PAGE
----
Formal treatment programs, especially opioid pharmacotherapy treatment (OPT), help some to fit their consumption around their work commitments. Some say that by reducing the desire for the drug and physical symptoms of ‘withdrawal’, OPT allows them to continue working while cutting down (see also Pharmacotherapy/Medication treatment). As Zadie (F, 33, works in the health sector, heroin) puts it, ‘I just didn’t have the luxury to stop work [to detox]. I had to keep working. So the only way to do that [while] taking the heroin away was with some pharmacotherapy’. However, some also note that pharmacotherapy dosing regimes are difficult to fit in with their work schedules. As Helen (F, 53, not working due to injury, heroin) explains, ‘It has been an issue for me where employers haven’t been very flexible to allow me to get to the clinic on time or, you know, allow me to come in half an hour late because I have to go to the clinic first’.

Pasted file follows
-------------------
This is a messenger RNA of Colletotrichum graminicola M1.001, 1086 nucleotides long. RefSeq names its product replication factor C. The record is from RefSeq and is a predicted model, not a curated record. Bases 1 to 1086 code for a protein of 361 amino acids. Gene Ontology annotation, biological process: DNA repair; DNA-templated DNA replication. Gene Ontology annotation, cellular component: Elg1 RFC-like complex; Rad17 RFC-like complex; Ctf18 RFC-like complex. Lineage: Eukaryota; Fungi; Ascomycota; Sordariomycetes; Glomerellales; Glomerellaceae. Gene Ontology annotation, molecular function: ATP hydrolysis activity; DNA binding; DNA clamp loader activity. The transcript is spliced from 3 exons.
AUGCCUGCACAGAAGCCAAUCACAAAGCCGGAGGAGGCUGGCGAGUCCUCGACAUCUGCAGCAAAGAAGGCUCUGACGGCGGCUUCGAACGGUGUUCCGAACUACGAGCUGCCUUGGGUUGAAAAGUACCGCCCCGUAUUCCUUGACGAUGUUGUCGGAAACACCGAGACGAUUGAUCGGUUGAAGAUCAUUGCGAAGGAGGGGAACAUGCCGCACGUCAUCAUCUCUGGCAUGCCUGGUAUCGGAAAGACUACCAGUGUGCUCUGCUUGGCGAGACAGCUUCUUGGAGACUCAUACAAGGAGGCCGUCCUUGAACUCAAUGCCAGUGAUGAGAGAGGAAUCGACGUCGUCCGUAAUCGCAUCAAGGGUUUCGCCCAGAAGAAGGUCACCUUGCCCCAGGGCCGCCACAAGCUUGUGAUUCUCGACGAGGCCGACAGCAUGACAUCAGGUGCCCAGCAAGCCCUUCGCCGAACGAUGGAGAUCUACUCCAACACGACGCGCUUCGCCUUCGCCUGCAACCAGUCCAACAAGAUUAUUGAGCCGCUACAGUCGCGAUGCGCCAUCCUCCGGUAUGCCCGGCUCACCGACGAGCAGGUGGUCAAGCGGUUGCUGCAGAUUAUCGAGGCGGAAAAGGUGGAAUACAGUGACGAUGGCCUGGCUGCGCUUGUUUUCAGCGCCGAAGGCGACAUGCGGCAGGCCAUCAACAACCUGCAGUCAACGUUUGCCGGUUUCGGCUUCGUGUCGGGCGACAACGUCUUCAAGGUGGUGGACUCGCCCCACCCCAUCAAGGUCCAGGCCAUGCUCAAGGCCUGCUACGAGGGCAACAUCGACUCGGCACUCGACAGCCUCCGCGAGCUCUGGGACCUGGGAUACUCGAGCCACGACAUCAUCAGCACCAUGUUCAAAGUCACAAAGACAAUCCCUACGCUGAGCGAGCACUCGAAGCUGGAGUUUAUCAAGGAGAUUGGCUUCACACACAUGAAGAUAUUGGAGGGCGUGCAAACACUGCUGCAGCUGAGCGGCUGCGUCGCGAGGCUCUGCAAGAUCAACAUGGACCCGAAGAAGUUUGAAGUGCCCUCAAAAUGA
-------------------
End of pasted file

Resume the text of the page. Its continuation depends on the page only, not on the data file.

Starting a new job is described by some as offering a reason or an opportunity to change their patterns of consumption (see also Changing patterns of consumption). For example, Zac (M, 53, works in health services, party drugs) cut down on ice before starting a new job because, as he puts it, ‘I wanted to be in the best head space for how I feel about myself and I how feel about work. So I didn’t want to be, you know, feeling a comedown or being at work and having self-doubt. And with crystal [ice], that’s what it tends to do’.
Confidentiality, telling others & discrimination in the workplace
While some say they feel comfortable telling their co-workers about their consumption, others say they avoid doing so because they’re concerned they’ll be discriminated against or even lose their job if their employer becomes aware of it (see also Relationships, confidentiality & telling others; Dealing with stigma & discrimination). When Tiffany (F, 33, works in hospitality, ice) was working full-time and taking ice every other day, she says, ‘It was tiring […] I felt so guilty […and] so paranoid at work […thinking] I’m going to get caught out’. Several say they feel unsupported by co-workers and some have even lost their jobs in relation to their alcohol or other drug use.
Fozz (M, 59, works in employment services, alcohol) says that while working in an ‘uncongenial […] environment’ his drinking ‘escalated’, but his co-workers made ‘jokes’ about him rather than offering help.